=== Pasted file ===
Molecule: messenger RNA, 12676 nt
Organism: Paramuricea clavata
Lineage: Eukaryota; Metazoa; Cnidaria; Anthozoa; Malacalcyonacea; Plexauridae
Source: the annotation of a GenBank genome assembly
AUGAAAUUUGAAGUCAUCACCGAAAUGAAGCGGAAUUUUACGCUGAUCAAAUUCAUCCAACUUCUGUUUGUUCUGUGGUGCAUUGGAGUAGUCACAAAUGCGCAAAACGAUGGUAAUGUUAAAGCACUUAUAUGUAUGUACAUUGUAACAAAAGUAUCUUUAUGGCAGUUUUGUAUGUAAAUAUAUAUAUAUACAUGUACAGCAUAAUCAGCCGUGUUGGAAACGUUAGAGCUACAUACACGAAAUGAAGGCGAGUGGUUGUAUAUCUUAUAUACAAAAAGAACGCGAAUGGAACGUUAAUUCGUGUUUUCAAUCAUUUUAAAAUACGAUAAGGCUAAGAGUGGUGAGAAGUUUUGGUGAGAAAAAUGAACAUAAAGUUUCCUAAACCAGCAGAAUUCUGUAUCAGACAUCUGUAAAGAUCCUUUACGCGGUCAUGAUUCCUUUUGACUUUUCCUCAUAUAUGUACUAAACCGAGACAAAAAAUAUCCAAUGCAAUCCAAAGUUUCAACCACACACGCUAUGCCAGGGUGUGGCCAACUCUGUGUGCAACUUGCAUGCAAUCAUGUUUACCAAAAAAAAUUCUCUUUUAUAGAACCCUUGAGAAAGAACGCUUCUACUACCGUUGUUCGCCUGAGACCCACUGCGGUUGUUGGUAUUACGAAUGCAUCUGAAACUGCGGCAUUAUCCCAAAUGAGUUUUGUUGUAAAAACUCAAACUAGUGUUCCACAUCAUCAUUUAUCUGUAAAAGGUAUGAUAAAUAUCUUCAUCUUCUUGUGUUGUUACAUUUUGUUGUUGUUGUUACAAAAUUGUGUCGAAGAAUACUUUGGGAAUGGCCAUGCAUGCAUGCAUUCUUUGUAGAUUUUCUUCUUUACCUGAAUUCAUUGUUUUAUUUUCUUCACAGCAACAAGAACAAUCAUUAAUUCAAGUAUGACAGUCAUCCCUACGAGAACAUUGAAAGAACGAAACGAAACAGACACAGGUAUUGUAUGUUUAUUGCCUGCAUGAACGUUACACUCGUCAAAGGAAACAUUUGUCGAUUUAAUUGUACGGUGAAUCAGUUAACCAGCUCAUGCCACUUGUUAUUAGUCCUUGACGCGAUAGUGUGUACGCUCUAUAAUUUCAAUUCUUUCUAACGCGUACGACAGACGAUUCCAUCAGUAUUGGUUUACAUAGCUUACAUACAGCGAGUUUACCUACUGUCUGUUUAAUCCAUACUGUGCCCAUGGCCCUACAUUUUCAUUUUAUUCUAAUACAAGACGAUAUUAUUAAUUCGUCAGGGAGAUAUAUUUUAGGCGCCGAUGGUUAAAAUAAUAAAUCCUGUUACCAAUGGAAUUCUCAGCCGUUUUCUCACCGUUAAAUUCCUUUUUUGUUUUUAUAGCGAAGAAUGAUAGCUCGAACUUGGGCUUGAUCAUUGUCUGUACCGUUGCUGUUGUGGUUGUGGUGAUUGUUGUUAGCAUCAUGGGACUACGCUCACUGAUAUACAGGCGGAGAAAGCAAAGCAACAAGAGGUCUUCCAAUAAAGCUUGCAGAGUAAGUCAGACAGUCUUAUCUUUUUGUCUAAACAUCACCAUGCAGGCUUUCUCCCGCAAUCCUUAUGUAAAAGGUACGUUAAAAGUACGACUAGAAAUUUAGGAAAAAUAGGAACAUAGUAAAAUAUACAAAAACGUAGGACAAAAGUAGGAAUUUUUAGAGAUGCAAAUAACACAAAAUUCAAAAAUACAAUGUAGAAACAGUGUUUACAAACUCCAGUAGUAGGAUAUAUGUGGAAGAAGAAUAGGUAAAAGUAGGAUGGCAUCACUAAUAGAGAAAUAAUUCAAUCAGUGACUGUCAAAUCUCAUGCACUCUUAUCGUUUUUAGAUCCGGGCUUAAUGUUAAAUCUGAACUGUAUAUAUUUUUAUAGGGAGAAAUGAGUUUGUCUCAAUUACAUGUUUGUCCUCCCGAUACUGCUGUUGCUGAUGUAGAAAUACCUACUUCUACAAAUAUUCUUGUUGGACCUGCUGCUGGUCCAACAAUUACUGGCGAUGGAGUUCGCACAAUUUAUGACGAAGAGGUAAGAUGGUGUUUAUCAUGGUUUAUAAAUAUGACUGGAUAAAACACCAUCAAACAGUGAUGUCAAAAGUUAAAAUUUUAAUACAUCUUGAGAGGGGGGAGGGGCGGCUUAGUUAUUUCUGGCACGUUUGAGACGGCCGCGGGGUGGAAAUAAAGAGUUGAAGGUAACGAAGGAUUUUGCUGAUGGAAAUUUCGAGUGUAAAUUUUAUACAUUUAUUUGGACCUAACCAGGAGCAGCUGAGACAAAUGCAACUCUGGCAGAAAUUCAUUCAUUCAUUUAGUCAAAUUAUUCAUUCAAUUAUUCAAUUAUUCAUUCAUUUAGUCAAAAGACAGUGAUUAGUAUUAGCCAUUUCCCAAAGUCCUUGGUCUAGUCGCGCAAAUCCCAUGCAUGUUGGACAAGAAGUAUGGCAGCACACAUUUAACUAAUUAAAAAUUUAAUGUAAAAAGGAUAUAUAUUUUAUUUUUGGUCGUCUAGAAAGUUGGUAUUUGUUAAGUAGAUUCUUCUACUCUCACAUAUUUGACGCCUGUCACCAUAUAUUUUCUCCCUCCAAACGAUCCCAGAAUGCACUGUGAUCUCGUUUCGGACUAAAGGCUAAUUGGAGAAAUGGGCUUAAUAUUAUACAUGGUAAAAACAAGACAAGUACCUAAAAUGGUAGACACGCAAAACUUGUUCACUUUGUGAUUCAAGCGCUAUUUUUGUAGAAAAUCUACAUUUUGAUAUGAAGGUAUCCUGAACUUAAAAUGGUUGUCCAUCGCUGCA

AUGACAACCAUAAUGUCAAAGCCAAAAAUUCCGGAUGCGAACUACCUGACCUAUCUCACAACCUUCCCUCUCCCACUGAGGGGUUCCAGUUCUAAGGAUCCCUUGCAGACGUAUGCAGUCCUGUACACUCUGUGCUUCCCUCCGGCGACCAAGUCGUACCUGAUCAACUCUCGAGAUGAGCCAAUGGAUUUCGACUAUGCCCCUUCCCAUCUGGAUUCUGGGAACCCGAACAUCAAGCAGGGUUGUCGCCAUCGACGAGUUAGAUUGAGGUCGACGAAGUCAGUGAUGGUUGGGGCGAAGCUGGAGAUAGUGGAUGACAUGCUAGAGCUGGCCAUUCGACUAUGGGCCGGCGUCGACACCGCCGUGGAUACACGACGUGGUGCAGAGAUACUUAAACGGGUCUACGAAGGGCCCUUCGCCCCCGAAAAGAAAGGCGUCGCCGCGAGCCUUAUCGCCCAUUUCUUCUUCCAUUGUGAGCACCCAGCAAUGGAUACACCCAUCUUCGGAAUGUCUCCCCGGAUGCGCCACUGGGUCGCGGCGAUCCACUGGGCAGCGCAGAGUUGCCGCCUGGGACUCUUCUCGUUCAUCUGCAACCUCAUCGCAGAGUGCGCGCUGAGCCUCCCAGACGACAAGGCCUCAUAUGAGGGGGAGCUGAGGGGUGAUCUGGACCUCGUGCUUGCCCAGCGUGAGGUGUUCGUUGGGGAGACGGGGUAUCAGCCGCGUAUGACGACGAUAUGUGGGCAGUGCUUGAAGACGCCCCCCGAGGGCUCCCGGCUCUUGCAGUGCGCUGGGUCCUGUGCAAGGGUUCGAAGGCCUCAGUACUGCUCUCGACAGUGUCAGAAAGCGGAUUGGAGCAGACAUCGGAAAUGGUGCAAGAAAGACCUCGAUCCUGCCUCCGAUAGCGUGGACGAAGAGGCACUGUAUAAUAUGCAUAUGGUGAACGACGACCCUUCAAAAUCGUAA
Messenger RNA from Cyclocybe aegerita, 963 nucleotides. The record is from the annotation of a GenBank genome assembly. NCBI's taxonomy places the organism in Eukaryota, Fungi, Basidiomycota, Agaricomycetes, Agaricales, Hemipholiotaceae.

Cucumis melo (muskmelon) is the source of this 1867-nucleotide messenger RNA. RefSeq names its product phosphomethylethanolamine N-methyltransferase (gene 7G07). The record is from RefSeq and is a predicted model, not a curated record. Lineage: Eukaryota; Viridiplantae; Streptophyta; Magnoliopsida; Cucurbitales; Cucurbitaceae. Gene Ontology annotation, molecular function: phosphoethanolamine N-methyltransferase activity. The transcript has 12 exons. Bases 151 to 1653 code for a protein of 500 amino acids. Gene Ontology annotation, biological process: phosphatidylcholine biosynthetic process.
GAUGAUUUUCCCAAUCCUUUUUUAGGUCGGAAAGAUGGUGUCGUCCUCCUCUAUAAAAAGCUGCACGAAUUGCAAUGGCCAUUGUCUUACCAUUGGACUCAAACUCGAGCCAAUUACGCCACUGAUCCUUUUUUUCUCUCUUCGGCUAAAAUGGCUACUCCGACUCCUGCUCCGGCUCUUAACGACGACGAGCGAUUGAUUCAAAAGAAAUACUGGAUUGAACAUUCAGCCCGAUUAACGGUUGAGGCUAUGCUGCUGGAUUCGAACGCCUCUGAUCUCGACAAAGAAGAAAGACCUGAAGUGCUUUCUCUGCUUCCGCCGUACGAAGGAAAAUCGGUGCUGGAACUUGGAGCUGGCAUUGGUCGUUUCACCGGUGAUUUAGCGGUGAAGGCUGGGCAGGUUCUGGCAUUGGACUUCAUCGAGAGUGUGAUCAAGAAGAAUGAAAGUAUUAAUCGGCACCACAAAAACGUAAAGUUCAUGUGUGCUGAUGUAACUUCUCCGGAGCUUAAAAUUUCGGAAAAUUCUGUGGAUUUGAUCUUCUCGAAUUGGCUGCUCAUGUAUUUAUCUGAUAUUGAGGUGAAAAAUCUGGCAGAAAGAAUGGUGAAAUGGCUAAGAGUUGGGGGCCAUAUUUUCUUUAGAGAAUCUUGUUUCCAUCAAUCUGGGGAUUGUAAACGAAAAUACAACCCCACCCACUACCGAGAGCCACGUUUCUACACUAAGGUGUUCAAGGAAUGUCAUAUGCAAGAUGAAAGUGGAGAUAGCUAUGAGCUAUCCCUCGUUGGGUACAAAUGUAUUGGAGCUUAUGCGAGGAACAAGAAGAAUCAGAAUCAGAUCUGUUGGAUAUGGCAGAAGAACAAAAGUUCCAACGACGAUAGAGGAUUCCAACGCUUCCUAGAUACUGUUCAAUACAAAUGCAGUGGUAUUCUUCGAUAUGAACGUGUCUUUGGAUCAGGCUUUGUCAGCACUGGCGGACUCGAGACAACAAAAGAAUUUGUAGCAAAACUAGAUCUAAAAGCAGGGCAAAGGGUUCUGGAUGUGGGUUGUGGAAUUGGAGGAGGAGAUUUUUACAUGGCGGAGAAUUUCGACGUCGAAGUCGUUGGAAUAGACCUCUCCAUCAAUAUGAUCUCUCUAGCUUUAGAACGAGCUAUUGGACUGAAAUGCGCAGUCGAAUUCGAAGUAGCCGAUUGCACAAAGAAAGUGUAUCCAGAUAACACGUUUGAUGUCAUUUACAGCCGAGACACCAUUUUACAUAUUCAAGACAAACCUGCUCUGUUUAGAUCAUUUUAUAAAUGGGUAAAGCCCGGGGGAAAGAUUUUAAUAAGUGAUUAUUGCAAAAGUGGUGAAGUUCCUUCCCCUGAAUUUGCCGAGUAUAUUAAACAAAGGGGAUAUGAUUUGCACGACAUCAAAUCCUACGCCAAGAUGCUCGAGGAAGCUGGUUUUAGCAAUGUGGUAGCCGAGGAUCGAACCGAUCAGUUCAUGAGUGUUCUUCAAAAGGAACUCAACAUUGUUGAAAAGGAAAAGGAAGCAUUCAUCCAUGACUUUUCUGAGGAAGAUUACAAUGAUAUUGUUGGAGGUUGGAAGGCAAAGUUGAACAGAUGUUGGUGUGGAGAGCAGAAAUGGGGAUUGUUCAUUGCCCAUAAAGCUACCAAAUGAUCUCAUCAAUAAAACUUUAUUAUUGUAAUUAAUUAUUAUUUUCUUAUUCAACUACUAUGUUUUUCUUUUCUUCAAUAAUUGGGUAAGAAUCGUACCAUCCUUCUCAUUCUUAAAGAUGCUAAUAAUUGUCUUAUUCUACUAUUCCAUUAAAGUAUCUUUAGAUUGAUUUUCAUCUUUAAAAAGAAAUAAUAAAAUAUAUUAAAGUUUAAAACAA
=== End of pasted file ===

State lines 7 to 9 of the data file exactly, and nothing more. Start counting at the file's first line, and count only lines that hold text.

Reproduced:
Messenger RNA from Cyclocybe aegerita, 963 nucleotides. The record is from the annotation of a GenBank genome assembly. NCBI's taxonomy places the organism in Eukaryota, Fungi, Basidiomycota, Agaricomycetes, Agaricales, Hemipholiotaceae.

Cucumis melo (muskmelon) is the source of this 1867-nucleotide messenger RNA. RefSeq names its product phosphomethylethanolamine N-methyltransferase (gene 7G07). The record is from RefSeq and is a predicted model, not a curated record. Lineage: Eukaryota; Viridiplantae; Streptophyta; Magnoliopsida; Cucurbitales; Cucurbitaceae. Gene Ontology annotation, molecular function: phosphoethanolamine N-methyltransferase activity. The transcript has 12 exons. Bases 151 to 1653 code for a protein of 500 amino acids. Gene Ontology annotation, biological process: phosphatidylcholine biosynthetic process.
GAUGAUUUUCCCAAUCCUUUUUUAGGUCGGAAAGAUGGUGUCGUCCUCCUCUAUAAAAAGCUGCACGAAUUGCAAUGGCCAUUGUCUUACCAUUGGACUCAAACUCGAGCCAAUUACGCCACUGAUCCUUUUUUUCUCUCUUCGGCUAAAAUGGCUACUCCGACUCCUGCUCCGGCUCUUAACGACGACGAGCGAUUGAUUCAAAAGAAAUACUGGAUUGAACAUUCAGCCCGAUUAACGGUUGAGGCUAUGCUGCUGGAUUCGAACGCCUCUGAUCUCGACAAAGAAGAAAGACCUGAAGUGCUUUCUCUGCUUCCGCCGUACGAAGGAAAAUCGGUGCUGGAACUUGGAGCUGGCAUUGGUCGUUUCACCGGUGAUUUAGCGGUGAAGGCUGGGCAGGUUCUGGCAUUGGACUUCAUCGAGAGUGUGAUCAAGAAGAAUGAAAGUAUUAAUCGGCACCACAAAAACGUAAAGUUCAUGUGUGCUGAUGUAACUUCUCCGGAGCUUAAAAUUUCGGAAAAUUCUGUGGAUUUGAUCUUCUCGAAUUGGCUGCUCAUGUAUUUAUCUGAUAUUGAGGUGAAAAAUCUGGCAGAAAGAAUGGUGAAAUGGCUAAGAGUUGGGGGCCAUAUUUUCUUUAGAGAAUCUUGUUUCCAUCAAUCUGGGGAUUGUAAACGAAAAUACAACCCCACCCACUACCGAGAGCCACGUUUCUACACUAAGGUGUUCAAGGAAUGUCAUAUGCAAGAUGAAAGUGGAGAUAGCUAUGAGCUAUCCCUCGUUGGGUACAAAUGUAUUGGAGCUUAUGCGAGGAACAAGAAGAAUCAGAAUCAGAUCUGUUGGAUAUGGCAGAAGAACAAAAGUUCCAACGACGAUAGAGGAUUCCAACGCUUCCUAGAUACUGUUCAAUACAAAUGCAGUGGUAUUCUUCGAUAUGAACGUGUCUUUGGAUCAGGCUUUGUCAGCACUGGCGGACUCGAGACAACAAAAGAAUUUGUAGCAAAACUAGAUCUAAAAGCAGGGCAAAGGGUUCUGGAUGUGGGUUGUGGAAUUGGAGGAGGAGAUUUUUACAUGGCGGAGAAUUUCGACGUCGAAGUCGUUGGAAUAGACCUCUCCAUCAAUAUGAUCUCUCUAGCUUUAGAACGAGCUAUUGGACUGAAAUGCGCAGUCGAAUUCGAAGUAGCCGAUUGCACAAAGAAAGUGUAUCCAGAUAACACGUUUGAUGUCAUUUACAGCCGAGACACCAUUUUACAUAUUCAAGACAAACCUGCUCUGUUUAGAUCAUUUUAUAAAUGGGUAAAGCCCGGGGGAAAGAUUUUAAUAAGUGAUUAUUGCAAAAGUGGUGAAGUUCCUUCCCCUGAAUUUGCCGAGUAUAUUAAACAAAGGGGAUAUGAUUUGCACGACAUCAAAUCCUACGCCAAGAUGCUCGAGGAAGCUGGUUUUAGCAAUGUGGUAGCCGAGGAUCGAACCGAUCAGUUCAUGAGUGUUCUUCAAAAGGAACUCAACAUUGUUGAAAAGGAAAAGGAAGCAUUCAUCCAUGACUUUUCUGAGGAAGAUUACAAUGAUAUUGUUGGAGGUUGGAAGGCAAAGUUGAACAGAUGUUGGUGUGGAGAGCAGAAAUGGGGAUUGUUCAUUGCCCAUAAAGCUACCAAAUGAUCUCAUCAAUAAAACUUUAUUAUUGUAAUUAAUUAUUAUUUUCUUAUUCAACUACUAUGUUUUUCUUUUCUUCAAUAAUUGGGUAAGAAUCGUACCAUCCUUCUCAUUCUUAAAGAUGCUAAUAAUUGUCUUAUUCUACUAUUCCAUUAAAGUAUCUUUAGAUUGAUUUUCAUCUUUAAAAAGAAAUAAUAAAAUAUAUUAAAGUUUAAAACAA